With the popularity of box sets and Netflix, slumping in front of the TV, laptop or iPad for a binge-watching session is an increasingly common habit.

But a new study has highlighted fresh concerns about the health impact of a couch potato lifestyle, suggesting it is linked a higher risk of everything from eye complaints to cancer.

The research found screen-gazing for more than three hours was associated with digestive and blood clotting disorders, while being in front of a screen for more than five hours was associated with a higher risk of cancer. TV or screen watching for more than six hours was associated with bladder disease, and more than 11 hours was linked with an increased risk of bowel disease.

However experts say the findings highlight concerns about the impact of inactivity and a sedentary lifestyle on health, rather than the ‘dangers’ of television.

Study author Dr Ivy Shiue, senior research associate at Northumbria University in Newcastle and visiting researcher at Edinburgh University’s Alzheimer Scotland Dementia Research Centre, said the link between TV or screen viewing and ill-health had been investigated in many studies, but tended to focus on heart disease and conditions such as obesity and diabetes.

She said: “TV or screen viewing is impacting on our heart, metabolic and brain function, as shown with previous research evidence. Moreover, excessive TV or screen viewing – between five to 20 hours constantly - could also impact on other body functions because people sit there for excessive hours without body movement or exercise.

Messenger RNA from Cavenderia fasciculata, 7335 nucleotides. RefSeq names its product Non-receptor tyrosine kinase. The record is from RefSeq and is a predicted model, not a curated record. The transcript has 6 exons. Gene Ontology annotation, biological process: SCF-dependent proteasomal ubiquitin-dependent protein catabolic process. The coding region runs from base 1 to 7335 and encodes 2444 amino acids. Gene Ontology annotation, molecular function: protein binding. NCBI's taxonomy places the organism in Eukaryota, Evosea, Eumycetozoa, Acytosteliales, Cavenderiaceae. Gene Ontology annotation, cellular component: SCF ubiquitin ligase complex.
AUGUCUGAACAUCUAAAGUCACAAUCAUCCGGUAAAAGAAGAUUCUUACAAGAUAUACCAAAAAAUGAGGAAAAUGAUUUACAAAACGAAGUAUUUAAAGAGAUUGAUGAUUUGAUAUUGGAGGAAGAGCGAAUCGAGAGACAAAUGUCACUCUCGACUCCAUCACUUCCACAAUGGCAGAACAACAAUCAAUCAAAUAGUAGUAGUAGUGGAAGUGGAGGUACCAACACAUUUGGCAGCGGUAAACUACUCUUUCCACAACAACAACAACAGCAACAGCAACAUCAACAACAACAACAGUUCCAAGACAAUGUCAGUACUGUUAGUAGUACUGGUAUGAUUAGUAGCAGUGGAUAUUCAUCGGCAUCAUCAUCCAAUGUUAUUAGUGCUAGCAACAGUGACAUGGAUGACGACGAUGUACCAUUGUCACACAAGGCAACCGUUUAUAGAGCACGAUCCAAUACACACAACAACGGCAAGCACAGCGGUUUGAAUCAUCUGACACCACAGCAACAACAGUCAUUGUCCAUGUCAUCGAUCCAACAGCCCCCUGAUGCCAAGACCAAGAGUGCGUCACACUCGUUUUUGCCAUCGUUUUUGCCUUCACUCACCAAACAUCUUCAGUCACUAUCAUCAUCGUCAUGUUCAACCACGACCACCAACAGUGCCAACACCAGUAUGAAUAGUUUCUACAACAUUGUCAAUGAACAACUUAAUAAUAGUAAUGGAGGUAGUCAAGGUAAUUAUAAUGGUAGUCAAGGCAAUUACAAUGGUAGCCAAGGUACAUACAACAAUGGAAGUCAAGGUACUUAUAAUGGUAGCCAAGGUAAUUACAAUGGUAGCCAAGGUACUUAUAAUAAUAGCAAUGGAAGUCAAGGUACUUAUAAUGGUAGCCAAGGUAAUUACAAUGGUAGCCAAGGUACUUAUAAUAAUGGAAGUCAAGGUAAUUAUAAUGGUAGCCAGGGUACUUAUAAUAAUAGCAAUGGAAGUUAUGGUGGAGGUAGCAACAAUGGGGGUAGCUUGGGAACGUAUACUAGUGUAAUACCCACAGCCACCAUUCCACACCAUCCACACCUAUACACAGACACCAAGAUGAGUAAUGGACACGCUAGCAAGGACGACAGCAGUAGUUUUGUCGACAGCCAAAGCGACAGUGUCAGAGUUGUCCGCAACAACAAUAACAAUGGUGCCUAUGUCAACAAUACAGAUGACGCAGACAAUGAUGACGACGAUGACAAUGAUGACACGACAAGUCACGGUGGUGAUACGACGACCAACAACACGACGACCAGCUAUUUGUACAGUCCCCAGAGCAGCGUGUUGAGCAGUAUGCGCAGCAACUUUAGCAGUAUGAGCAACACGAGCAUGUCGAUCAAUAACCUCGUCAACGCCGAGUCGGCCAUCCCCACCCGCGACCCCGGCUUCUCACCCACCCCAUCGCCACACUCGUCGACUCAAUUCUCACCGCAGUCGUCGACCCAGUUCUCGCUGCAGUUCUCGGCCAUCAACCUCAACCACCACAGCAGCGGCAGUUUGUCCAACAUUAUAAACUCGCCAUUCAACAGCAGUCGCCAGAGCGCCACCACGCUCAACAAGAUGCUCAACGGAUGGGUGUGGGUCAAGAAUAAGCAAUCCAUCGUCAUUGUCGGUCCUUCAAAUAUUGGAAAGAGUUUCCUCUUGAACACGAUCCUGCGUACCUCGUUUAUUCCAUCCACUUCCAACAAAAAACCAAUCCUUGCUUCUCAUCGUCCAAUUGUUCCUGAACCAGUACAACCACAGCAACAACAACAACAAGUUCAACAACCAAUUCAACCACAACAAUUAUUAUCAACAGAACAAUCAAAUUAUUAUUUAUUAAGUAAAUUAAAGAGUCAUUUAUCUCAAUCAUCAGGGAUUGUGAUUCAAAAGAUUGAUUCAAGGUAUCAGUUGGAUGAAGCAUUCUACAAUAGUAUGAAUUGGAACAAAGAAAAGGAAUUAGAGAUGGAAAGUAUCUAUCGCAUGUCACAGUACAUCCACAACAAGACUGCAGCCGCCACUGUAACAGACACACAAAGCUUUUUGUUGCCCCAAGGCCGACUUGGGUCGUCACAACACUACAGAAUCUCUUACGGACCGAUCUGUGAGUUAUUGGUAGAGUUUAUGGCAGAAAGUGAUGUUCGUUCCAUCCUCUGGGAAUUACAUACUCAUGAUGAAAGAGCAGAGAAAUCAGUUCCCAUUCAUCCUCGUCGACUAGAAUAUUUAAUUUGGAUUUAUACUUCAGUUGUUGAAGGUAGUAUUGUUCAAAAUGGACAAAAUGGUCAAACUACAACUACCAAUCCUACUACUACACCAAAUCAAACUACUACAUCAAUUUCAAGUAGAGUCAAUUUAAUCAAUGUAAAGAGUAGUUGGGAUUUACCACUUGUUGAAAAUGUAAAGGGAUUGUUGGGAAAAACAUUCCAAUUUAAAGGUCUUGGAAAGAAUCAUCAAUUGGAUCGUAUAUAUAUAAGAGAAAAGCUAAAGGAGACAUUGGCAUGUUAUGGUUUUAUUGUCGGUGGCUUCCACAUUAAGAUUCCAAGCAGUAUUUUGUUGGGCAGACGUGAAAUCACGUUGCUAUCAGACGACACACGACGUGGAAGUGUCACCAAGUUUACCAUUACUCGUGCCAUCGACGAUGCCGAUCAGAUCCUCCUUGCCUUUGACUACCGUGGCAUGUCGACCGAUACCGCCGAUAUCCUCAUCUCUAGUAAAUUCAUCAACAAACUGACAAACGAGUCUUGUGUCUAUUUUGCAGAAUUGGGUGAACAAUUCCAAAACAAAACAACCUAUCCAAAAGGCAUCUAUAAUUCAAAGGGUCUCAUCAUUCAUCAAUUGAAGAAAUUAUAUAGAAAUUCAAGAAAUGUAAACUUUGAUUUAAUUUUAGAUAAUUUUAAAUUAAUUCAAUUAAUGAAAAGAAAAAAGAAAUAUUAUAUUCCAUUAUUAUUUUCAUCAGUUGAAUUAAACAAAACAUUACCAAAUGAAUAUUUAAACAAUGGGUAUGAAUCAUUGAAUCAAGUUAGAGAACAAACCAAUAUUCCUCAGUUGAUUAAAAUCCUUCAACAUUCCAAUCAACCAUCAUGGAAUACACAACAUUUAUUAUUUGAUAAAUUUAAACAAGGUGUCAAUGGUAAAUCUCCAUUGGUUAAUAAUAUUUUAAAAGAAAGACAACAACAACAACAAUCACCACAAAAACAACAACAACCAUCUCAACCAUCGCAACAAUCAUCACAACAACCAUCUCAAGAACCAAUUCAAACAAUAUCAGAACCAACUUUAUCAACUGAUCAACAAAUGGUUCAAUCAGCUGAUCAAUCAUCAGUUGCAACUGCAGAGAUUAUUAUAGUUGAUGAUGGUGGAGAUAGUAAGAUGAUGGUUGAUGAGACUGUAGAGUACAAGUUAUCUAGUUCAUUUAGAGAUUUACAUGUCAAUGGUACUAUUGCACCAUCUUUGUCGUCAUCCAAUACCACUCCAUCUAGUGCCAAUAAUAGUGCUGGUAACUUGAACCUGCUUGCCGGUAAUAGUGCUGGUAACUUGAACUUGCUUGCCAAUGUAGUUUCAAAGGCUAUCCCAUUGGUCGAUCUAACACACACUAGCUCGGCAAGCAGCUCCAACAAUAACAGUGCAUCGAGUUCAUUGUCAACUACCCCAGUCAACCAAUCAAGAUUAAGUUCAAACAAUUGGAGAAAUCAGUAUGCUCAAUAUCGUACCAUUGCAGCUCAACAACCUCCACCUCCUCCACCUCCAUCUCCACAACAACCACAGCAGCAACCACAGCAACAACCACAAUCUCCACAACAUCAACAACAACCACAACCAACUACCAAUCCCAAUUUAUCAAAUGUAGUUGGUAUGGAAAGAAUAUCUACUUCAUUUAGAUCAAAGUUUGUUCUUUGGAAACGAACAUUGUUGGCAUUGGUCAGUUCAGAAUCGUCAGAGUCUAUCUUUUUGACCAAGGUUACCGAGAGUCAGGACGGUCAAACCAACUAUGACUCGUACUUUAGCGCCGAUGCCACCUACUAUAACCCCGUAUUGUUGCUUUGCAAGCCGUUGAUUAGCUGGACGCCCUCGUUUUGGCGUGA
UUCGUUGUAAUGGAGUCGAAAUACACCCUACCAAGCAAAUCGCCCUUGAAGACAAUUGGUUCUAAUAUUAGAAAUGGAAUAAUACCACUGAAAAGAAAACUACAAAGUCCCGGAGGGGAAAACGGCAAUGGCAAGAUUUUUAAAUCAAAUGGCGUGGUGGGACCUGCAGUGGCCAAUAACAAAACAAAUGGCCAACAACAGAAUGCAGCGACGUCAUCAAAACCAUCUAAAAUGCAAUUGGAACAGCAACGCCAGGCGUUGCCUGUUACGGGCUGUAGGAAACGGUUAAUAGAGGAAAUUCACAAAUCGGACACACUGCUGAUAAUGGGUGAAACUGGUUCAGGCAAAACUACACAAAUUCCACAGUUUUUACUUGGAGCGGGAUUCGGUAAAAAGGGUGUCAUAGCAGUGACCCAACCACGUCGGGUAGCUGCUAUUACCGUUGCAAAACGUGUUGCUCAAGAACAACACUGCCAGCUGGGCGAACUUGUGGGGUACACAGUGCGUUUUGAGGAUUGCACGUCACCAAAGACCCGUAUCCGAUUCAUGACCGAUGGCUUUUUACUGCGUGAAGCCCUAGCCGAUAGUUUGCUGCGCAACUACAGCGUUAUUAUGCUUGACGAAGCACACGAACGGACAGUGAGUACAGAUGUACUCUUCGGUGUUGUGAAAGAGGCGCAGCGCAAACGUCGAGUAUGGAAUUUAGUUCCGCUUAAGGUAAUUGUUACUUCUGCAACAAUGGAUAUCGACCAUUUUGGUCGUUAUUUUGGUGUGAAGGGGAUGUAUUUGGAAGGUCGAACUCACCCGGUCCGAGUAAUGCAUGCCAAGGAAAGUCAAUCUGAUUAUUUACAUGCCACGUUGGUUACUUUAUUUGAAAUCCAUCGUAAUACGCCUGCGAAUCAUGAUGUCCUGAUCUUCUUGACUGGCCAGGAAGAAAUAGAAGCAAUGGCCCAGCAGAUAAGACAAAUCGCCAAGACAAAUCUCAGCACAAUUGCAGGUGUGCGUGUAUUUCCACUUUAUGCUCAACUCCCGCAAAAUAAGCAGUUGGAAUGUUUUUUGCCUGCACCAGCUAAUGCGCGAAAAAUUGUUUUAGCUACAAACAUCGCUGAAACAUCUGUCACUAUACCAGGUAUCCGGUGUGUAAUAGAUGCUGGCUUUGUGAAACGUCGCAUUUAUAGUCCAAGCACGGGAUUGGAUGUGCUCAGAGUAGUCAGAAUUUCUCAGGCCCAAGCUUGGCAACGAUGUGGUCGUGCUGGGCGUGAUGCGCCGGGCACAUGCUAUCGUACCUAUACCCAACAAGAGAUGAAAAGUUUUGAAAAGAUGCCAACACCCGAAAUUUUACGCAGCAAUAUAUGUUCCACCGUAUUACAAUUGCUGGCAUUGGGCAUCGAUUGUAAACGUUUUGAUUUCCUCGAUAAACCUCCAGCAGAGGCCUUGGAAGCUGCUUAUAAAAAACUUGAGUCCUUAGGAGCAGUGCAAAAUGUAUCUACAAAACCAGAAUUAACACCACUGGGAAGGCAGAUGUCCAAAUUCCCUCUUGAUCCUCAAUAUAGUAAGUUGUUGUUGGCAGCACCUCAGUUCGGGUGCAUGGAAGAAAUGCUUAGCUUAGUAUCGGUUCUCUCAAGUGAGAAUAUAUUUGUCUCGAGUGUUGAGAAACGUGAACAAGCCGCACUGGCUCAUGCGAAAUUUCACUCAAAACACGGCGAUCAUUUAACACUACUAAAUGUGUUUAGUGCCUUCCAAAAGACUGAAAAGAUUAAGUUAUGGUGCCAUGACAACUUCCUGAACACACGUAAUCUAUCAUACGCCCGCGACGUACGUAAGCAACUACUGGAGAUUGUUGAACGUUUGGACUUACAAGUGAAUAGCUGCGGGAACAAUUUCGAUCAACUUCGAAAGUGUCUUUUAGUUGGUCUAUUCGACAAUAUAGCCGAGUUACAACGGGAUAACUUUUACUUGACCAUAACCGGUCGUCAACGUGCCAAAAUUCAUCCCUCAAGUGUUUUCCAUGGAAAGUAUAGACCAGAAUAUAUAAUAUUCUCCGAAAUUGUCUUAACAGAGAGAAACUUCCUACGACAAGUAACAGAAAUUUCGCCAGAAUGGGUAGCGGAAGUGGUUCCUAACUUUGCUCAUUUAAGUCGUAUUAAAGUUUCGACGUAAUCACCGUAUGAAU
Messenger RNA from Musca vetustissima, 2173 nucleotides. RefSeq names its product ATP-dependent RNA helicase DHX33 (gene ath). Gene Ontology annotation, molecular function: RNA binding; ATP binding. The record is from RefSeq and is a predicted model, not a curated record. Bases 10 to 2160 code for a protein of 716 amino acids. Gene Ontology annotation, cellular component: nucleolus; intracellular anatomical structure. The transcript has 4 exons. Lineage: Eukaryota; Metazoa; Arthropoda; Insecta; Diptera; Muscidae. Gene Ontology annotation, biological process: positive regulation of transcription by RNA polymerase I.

“This has a strong implication on the imbalanced lifestyle that could contribute to various chronic diseases.”

The study, published in the journal Environmental Science and Pollution Research, found people who watched TV or screens for two hours on average had 1.5 times higher risk of metabolic syndrome (diabetes, high blood pressure and obesity), nervous system disorder, eye complaints and heart, respiratory or bone disease than those who had TV/screening viewing for less than two hours.

People who watched TV or screens for three hours had 1.5 times on average higher risks of mental, digestive or clotting disorders than those who had TV or screen viewing for less than three hours. And those who had TV or screen viewing for 5 hours had 1.5 times higher risk of cancer.

Even longer viewing sessions were associated with other illnesses – for example, people who watched a screen for eleven hours had a 3.7 times higher risk of bowel disease.

The paper concludes that educational and public health programmes to minimise TV or screen viewing might be required while research on the combined effect of physical inactivity and radiation from screens should also be explored.

However Thea Cunningham, health information officer at Cancer Research UK, said there was no evidence of a link between exposure to television sets or screens and cancer.

But she added: “There is growing evidence suggesting that sitting for long periods of time - which is often linked to weight gain - can increase cancer risk.”

Professor David Haslam, chair of charity the National Obesity Forum, said it was a complex issue – pointing out sitting for hours reading a Thomas Hardy novel could be deemed as harmful as being slumped in front of the television for a similar time.

He said previous research had found the most active children were often also the most sedentary – for example, playing rugby for 80 minutes and then relaxing in front of a film.

He added: “Activity is good, and inactivity is bad, but there must always been a balance between the two. If inactivity outweighs exercise then there may be a problem, but for most normal active kids, time spent on Super Mario is well earned relaxation.

“TV and video games are intrinsically okay, as long as they are part of a balanced life, just as a burger is okay, as long as fruit and veg, and protein in the form of eggs, cheese, fish and meat are also consumed.”